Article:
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Court sends warning on poorly drafted consent conditions

Court sends warning on poorly drafted consent conditions

Court sends warning on poorly drafted consent conditions

Tuesday 9 April, 2019

The Environment Court recently issued strong warnings that poorly framed conditions could impact the Court’s decision-making.  Those warnings went unanswered by the Applicant which resulted in the release of an interim decision only. 

In Granger v Dunedin City Council [2018] NZEnvC 250 a group of residents appealed a decision by the Dunedin City Council (Council) to grant subdivision and land use consent for a non-complying proposal to Peninsula Holdings Trust (Applicant).  The Applicant sought to create an 8 lot subdivision with building platforms on 4 lots at Papanui Inlet on Otago Peninsula.  The proposed lots were considerably less than the minimum size for residential lots in the Rural Zone under the proposed and operative district plans.

The Court was critical of the standard of drafting on key proposed conditions, and stated the standard was such that it was unable to determine whether the application satisfied section 104D of the Resource Management Act 1991.  The Court said the poor drafting was not merely an editorial matter but went to the substance of the application.  The Court noted that while the appellants did not appeal against the conditions of consent, the conditions were material to its determination of the appeal and went to the heart of the reasons for the appeal.  The appeal asserted that the decision failed to protect the outstanding natural landscape and natural character of the coastal environment. 

Due to the poor drafting of the proposed conditions, the Court could not gain a proper understanding of the level of effects on the environment.  The Court was particularly critical of the drafting of conditions providing for a covenant and management plan.  The Applicant proposed to enter into a covenant with the Council over part of Lot 3 to protect and enhance areas of indigenous vegetation.  The covenant would be implemented by a management plan.  However, neither a copy of the draft covenant or management plan was provided to the Court.  Nor did the Court receive an accurate plan of the areas to be covenanted.  Further, the expert witnesses’ recommendations regarding the content of the management plan condition was not carried through into the conditions.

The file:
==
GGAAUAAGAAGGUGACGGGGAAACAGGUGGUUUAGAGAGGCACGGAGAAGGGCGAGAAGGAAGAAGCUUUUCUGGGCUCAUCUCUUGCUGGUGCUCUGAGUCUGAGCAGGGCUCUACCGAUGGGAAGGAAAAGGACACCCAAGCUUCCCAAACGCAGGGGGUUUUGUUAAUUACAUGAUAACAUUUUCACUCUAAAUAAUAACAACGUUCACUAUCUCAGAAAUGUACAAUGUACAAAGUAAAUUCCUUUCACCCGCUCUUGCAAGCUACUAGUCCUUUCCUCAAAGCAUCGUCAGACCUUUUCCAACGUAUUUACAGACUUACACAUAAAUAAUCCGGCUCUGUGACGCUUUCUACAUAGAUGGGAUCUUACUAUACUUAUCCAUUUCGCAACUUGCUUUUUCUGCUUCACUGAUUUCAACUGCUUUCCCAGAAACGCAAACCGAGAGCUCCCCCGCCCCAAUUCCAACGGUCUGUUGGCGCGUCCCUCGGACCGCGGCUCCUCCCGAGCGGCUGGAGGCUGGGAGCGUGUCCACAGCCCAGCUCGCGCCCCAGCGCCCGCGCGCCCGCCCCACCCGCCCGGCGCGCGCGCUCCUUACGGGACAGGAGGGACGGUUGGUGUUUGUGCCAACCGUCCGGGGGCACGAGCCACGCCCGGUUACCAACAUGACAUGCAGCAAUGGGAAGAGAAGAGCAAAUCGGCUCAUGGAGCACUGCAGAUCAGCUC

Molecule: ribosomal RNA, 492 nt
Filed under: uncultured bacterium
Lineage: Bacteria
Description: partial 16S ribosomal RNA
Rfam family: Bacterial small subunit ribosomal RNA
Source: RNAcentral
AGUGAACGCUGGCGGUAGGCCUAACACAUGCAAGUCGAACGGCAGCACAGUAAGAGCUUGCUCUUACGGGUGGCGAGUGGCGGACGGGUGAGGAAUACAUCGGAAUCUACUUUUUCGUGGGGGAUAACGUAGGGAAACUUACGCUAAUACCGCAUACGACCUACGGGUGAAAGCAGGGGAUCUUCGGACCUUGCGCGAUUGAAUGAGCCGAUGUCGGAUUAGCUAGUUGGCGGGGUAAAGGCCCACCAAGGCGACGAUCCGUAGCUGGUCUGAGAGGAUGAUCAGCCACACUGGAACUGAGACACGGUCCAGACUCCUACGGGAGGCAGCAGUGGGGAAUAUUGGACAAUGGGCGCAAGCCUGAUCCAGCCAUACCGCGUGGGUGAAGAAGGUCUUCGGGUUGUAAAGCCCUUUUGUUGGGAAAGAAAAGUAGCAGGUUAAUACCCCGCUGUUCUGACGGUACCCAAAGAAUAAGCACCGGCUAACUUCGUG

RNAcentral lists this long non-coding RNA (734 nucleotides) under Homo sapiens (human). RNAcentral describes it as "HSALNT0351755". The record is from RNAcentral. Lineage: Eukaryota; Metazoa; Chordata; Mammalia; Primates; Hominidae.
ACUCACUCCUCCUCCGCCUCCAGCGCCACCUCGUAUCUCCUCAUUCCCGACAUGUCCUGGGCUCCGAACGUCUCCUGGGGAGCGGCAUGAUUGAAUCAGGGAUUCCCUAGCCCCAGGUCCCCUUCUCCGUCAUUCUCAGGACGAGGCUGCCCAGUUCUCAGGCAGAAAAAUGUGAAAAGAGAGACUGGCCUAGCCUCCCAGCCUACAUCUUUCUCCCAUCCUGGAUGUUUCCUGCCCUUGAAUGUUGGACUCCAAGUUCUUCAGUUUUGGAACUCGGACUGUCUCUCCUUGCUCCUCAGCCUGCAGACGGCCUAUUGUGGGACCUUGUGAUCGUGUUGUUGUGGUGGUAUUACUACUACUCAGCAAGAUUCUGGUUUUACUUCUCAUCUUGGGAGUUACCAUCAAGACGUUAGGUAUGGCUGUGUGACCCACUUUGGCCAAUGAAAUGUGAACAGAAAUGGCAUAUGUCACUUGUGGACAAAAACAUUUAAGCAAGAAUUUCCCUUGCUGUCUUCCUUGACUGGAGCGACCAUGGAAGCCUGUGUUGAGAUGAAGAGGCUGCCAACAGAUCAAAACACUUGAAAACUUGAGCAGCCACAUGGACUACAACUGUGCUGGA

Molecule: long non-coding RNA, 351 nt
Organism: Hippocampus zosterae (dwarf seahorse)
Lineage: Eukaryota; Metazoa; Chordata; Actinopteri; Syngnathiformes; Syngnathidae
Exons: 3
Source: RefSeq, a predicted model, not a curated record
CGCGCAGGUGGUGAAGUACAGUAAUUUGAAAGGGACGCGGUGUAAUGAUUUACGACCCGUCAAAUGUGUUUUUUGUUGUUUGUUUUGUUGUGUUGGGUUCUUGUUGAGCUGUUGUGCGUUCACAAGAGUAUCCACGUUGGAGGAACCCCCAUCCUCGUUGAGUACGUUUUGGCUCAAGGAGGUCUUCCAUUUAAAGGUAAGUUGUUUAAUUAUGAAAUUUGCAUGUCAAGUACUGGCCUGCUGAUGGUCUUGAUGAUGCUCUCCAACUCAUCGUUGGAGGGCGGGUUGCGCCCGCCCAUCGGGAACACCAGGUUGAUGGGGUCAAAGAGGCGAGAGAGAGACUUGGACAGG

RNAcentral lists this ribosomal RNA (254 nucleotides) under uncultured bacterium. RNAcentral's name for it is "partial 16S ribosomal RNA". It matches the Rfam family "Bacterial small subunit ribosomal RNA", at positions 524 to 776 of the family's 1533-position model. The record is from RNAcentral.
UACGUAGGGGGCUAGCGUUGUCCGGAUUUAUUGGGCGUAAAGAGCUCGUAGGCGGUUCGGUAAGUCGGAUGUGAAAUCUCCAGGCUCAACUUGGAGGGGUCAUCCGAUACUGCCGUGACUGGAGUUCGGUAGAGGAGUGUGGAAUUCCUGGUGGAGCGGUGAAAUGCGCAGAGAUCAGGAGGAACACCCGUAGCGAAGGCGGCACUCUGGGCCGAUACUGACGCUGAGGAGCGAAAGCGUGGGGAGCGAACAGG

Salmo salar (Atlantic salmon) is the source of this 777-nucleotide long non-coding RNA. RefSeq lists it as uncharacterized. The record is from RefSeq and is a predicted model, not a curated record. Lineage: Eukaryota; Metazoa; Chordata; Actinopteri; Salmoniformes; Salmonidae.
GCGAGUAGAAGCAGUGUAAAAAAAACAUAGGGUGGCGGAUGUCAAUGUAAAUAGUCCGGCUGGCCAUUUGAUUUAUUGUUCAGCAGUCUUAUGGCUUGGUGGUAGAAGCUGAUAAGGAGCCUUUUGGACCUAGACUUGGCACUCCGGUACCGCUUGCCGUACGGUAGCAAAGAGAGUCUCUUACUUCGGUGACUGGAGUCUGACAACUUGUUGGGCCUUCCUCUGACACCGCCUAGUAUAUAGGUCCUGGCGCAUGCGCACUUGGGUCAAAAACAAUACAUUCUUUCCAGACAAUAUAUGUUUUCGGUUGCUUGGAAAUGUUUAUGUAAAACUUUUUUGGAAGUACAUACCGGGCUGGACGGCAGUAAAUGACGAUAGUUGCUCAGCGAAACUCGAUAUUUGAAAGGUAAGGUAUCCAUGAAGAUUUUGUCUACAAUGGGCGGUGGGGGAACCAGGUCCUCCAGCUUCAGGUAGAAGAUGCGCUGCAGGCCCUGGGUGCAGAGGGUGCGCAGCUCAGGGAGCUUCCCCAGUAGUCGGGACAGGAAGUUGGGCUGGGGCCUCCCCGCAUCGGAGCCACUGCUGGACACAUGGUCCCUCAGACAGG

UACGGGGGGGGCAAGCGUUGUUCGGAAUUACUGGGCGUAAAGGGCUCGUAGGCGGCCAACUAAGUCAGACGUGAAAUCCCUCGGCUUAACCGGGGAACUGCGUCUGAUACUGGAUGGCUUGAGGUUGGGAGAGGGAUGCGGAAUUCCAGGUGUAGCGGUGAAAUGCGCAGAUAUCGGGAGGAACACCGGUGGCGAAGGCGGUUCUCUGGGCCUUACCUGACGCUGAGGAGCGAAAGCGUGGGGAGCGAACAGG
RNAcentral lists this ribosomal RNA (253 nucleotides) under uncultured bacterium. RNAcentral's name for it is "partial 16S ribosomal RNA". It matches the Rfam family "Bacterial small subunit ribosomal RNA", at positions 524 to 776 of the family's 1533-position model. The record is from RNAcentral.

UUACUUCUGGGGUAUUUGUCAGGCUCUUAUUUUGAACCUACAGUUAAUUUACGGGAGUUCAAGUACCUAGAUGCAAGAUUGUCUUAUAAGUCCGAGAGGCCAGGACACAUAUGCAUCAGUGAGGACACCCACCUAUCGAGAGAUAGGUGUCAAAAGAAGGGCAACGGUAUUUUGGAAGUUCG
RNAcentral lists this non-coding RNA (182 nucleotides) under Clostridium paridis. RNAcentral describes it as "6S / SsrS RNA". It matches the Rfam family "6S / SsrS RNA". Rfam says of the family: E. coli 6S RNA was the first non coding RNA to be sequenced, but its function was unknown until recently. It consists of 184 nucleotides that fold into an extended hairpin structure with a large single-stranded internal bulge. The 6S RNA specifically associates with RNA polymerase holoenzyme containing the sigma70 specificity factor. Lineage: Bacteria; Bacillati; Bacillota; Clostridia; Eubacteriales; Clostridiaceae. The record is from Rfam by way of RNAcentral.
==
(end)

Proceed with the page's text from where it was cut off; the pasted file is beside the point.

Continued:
Identifying the difference between a covenant and a management plan, the Court said a covenant is a promise made between two people.  Turning to the purpose of the management plan, the Court stated:

[145]      Management plans are a different tool and can be useful in that they describe the methods (practices and procedures) to achieve the conditions of a consent or, in this case, the promises made in a covenant.  Where management plans are used to implement consent conditions, the conditions will usually provide they be developed by a suitably qualified expert; that the consent authority is to certify the methods in the plan will achieve the outcomes stated in the conditions; require the consent holder to conduct their activities in accordance with the management plan and finally, provide that the management plan will be periodically reviewed. 

The Court stated that in this case, beyond a broad statement of the covenant’s purpose, the promises made between the covenanting parties was not recorded and the conditions imprecisely described the content of the management plan.  Given the state of the conditions, the Court was left with uncertainty and unable to make any finding as to whether the proposal was contrary to the objectives and policies under section 104D. 

The Court directed the Applicant to propose amendments to a number of conditions identified as being inadequate and to provide expert evidence confirming the content of the conditions.  The Court said if the Applicant elected not to proceed as directed, the Court will then proceed to issue a final decision.  However it warned that if the Applicant elected not to respond, it was probable the appeal would be upheld and the application declined and/or an interim decision only.

The decision (issued on 18 December 2018) is a timely reminder of the importance when drafting conditions to ensure the conditions properly address the effects of the proposal and are clear, certain and enforceable. Poorly drafted conditions risk an application being declined.  The drafting of conditions should not be an afterthought but should be front and centre whenever a consent authority decides to grant a resource consent application.

For assistance with questions relating to this article or conditions generally, please contact one of our experts below.

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